If you are a writer at heart, every one of these made an idea jump into your mind. Now turn that into a story.


Sunday, September 14, 2014

Stump* Speech

   Whew, you think. The novel is done. You just typed THE END . . . except you're not done. It's not The End, really. Now comes the hard part for many if not most writers: Marketing your beautiful baby. And that’s a job not just for the newly published who either self-published or managed to attract the attention of a publisher. More and more big-name publishers are requiring their big-name author-clients to market their own creations. (Anyone remember seeing James Patterson on TV in the last few months?) The ultimate goal of marketing is, of course, to garner and increase sales. However, the other side of the coin is: Successful authors need to connect with their readers. Actually, they must connect with their readers. That means authors doing readings at book clubs and libraries, book signings, and, if we’re lucky, media interviews. All of those tasks require (gasp) public speaking.

   For me, and a lot of other writers I know, the prospect of public speaking is terrifying. Our normal milieu as we create our stories is quiet and solitude in front of a computer or with pen pressed to paper. We’re watchers . . . we observe the behaviors of other people and take copious notes for future story/character ideas. Being the watch-ee takes us totally out of our comfort zones.

   That’s where a “stump speech” can come into play to reinstate some degree of confidence. Authors who are on the stump for sales need to spend time developing a speech that can be easily modified for their diverse audiences. What follows are a few processes I use to calm my racing heart when I’m about to go on display in front of strangers.

   The first thing I did for DEADLY STAR was to write a flexible stump speech. When I'm asked to speak, I start with an anecdote geared to that audience…I try for something that involves finding myself in an awkward situation. Then I go into a brief bio, including why I use a pen name and how I chose it. Then I follow up with something about how the story developed, the characters, and I read two or three excerpts. I print out my speech in large, bold, double-spaced type and practice reading it. That helps me with timing the length of my presentation and makes me familiar enough with the script that I don’t have keep my head down to read it word-by-word and line-by-line. I can wing most of it, ad lib a bit, and actually make occasional eye contact with someone. Caveat for public speaking: It’s important to really know your story, because the Q&A will turn up some surprising questions.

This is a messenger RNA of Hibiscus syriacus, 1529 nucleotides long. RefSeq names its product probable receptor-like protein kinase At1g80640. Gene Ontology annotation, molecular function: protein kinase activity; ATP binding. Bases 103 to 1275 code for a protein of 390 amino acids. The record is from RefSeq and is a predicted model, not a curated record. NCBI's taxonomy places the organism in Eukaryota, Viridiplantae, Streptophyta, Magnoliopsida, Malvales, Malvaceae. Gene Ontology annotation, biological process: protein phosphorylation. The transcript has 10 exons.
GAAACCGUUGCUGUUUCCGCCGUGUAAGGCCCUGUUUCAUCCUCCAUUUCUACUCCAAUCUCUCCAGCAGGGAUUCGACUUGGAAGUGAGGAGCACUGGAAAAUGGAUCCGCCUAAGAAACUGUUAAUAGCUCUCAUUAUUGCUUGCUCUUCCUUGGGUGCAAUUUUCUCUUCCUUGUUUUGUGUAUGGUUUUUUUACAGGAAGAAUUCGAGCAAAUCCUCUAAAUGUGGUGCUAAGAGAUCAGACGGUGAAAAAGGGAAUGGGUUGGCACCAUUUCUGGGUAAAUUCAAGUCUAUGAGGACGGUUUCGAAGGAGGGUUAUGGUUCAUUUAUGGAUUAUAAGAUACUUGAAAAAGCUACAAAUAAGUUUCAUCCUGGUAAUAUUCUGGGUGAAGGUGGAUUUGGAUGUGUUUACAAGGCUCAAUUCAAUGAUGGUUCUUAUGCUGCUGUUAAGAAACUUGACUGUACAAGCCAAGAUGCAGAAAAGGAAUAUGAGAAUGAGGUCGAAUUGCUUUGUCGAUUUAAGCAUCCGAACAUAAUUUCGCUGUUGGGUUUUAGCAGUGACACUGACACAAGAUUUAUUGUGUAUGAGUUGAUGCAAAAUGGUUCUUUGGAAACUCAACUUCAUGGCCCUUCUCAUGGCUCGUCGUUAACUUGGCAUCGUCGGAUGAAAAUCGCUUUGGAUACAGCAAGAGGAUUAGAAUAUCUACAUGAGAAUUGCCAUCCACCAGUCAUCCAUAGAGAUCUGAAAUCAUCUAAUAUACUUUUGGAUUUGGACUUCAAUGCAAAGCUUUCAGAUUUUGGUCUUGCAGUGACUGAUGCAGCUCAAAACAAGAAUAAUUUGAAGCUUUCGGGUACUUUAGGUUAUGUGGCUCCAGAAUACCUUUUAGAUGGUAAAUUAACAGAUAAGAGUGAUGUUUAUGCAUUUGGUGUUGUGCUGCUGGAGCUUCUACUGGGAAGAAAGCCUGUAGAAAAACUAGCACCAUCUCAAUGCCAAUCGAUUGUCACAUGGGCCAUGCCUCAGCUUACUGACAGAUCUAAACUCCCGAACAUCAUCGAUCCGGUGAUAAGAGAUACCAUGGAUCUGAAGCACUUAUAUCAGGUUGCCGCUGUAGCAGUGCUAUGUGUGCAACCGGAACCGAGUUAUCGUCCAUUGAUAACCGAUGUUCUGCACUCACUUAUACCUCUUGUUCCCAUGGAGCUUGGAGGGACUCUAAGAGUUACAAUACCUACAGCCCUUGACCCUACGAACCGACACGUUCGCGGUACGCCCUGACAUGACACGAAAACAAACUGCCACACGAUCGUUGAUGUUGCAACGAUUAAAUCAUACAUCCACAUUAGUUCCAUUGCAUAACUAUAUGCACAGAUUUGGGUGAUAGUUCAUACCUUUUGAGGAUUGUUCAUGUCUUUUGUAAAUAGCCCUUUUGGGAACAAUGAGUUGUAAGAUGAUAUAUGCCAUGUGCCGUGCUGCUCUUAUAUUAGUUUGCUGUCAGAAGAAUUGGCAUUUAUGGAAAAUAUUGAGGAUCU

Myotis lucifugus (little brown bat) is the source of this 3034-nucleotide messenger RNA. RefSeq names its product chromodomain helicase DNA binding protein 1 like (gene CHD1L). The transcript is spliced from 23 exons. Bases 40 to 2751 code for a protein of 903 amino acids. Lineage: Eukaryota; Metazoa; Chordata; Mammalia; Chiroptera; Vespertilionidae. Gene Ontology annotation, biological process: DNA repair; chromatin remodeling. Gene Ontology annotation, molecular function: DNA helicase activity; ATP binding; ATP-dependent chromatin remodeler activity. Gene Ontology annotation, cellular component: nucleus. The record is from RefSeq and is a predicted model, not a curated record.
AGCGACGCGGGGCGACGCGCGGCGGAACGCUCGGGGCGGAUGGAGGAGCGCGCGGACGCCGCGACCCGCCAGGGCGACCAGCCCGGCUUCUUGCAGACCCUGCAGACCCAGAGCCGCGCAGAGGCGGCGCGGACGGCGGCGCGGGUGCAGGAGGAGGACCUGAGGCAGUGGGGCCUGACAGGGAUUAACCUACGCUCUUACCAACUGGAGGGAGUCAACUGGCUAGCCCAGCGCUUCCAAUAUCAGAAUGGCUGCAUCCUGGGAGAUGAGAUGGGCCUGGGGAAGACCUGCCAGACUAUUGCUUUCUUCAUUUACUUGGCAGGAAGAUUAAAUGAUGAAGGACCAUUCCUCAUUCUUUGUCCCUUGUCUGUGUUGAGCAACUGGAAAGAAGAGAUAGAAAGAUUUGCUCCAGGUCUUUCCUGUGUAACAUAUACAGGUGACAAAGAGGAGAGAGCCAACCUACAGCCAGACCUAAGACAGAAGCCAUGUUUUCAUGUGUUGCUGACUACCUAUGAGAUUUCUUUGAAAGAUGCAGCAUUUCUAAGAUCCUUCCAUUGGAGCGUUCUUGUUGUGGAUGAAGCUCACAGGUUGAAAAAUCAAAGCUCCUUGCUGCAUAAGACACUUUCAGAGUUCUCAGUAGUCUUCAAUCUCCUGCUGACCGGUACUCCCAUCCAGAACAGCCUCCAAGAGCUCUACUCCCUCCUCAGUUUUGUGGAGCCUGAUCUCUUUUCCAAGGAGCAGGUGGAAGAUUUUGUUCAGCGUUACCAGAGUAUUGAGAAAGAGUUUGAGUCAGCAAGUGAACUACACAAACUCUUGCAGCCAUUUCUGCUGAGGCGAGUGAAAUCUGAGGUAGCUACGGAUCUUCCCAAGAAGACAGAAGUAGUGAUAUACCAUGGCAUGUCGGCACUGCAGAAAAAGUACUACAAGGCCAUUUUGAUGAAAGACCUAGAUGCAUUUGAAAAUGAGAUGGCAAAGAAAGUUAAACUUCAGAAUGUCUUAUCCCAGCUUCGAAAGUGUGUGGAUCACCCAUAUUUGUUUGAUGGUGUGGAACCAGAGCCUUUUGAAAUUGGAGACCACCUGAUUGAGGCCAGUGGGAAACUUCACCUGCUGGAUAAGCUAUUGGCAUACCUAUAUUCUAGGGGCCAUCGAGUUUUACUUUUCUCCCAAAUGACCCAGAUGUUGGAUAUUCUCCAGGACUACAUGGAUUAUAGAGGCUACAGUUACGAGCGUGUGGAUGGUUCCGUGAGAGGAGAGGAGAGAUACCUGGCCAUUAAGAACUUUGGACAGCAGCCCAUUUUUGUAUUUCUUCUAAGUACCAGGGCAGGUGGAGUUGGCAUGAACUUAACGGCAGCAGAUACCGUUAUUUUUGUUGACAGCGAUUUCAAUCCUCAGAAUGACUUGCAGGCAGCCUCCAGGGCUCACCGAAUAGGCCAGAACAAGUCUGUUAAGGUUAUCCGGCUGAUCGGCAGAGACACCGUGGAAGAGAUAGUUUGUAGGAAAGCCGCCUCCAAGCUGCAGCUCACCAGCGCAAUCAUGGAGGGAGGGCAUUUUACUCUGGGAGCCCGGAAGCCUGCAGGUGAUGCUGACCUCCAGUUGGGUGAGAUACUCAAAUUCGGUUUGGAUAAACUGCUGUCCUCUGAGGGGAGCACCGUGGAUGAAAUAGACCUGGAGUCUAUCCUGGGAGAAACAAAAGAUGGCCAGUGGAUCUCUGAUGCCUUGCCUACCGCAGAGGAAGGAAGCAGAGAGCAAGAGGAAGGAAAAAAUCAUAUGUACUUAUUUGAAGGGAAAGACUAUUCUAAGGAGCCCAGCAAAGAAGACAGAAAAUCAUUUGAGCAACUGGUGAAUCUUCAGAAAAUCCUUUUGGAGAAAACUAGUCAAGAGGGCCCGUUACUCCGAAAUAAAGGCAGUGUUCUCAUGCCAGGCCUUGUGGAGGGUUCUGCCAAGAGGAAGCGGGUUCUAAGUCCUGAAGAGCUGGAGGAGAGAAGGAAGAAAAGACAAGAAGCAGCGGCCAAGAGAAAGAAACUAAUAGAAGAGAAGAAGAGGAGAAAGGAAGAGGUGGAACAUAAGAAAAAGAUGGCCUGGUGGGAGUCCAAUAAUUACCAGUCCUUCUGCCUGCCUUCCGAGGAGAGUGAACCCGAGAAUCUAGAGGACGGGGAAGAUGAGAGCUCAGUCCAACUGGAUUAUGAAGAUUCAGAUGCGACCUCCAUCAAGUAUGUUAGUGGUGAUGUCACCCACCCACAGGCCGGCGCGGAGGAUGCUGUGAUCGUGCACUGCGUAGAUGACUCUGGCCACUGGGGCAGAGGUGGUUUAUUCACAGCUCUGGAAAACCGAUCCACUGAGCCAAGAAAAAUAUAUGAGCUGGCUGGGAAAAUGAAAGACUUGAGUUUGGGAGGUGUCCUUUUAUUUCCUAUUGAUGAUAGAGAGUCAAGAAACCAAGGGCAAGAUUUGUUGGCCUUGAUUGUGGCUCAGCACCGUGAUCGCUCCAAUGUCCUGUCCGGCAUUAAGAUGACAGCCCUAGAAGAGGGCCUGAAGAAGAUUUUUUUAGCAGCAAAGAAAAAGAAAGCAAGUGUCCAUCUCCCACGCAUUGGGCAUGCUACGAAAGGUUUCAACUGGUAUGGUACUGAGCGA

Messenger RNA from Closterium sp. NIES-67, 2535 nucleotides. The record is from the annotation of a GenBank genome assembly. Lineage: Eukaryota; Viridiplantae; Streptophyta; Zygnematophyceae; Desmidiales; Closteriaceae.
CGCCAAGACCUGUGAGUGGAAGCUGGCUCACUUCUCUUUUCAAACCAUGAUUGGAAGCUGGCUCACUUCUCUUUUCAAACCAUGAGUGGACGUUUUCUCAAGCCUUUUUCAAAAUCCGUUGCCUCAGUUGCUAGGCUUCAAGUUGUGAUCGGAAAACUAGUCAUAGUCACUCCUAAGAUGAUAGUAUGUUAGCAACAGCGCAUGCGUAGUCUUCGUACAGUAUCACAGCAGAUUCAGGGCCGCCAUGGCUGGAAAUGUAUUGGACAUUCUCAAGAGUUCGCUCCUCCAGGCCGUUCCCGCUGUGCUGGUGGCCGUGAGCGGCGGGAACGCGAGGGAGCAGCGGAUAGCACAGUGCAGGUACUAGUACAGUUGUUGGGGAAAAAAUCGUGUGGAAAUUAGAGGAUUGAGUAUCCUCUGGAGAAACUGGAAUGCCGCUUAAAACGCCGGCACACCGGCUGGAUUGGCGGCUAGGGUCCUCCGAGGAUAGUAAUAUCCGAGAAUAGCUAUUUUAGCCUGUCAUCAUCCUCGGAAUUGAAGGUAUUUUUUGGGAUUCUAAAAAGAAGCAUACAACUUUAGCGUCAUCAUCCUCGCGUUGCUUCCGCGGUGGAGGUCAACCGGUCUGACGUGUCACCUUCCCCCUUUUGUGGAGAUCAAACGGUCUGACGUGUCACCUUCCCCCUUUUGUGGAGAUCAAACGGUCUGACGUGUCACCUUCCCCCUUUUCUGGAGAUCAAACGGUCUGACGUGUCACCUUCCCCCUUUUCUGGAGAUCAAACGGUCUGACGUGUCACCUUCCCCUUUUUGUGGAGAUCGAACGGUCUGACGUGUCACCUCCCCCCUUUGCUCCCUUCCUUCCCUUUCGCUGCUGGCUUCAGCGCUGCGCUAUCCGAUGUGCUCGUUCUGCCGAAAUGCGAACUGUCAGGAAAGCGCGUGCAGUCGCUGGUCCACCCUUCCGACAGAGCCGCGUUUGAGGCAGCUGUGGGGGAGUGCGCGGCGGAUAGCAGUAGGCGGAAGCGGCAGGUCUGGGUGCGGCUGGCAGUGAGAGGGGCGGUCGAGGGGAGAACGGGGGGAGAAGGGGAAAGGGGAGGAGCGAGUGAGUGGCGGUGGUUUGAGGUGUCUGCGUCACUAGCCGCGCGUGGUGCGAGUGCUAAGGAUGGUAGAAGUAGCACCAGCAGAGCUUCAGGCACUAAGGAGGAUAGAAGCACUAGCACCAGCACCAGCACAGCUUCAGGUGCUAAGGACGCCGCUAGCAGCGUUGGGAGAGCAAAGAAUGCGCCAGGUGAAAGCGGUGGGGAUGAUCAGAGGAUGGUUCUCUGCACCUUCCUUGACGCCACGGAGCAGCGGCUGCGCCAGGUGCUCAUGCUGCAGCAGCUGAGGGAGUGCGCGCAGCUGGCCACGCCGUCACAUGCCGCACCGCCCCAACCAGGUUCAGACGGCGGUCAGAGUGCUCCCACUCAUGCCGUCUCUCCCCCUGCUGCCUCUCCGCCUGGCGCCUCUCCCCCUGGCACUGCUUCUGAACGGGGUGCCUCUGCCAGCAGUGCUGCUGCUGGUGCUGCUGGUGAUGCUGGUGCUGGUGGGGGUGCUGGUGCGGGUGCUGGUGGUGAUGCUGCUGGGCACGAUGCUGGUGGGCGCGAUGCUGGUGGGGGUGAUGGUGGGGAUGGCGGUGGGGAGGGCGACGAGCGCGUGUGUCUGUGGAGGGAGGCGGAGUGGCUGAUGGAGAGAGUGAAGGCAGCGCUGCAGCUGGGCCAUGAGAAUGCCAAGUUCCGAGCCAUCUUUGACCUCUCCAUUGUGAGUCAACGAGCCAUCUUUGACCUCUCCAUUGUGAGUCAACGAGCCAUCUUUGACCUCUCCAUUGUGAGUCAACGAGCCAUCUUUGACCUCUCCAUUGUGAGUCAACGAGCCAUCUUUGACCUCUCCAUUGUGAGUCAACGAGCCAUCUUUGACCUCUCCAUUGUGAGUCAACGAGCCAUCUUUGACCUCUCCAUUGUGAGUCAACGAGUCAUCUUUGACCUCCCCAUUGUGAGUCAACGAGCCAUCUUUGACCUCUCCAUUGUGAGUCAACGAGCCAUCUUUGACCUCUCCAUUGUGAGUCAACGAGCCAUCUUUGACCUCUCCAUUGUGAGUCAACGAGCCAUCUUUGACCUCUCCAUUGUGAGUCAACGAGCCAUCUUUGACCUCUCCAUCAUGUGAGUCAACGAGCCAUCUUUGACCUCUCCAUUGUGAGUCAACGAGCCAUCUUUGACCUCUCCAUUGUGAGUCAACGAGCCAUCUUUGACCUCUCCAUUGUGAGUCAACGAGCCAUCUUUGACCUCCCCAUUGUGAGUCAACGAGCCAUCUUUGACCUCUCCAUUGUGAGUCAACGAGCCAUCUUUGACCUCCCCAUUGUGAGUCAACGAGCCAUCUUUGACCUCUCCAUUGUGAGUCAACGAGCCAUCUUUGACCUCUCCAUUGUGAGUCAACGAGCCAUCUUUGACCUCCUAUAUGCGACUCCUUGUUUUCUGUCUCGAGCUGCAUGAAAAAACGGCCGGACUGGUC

If I can, I stop by the bookstore or library where I’m going to speak and get familiar with the space. I tend to tremble a lot when I have step up to a microphone in an unfamiliar place in front of people I don’t know. Another trick is to attend someone else’s reading, often if possible…that takes a lot of the mystery out of the event.

   These concepts for easy public speaking look over-simplified, but they're really not. A fellow Sisters-in-Crime member came up with seven quick points for dealing with the scary thought of having to speak in public (and she’s very good at it):

1.      Research your audience
2.      Plan
3.      Practice
4.      Know your stuff!
5.      DON’T worry.
6.      Get big.
7.      Love it and embrace it.

I’ve got my stump speech down and am confident I can adjust it as necessary. How are you doing with yours?

That’s all for now. You-all guys keep on keeping on, and I’ll try to do the same.


P.S.: The artwork is off of my Facebook page, and I think I need to incorporate it into my stump speech.

(* “Stump” is another word for “campaign” – like politicians do when they’re trolling for votes.)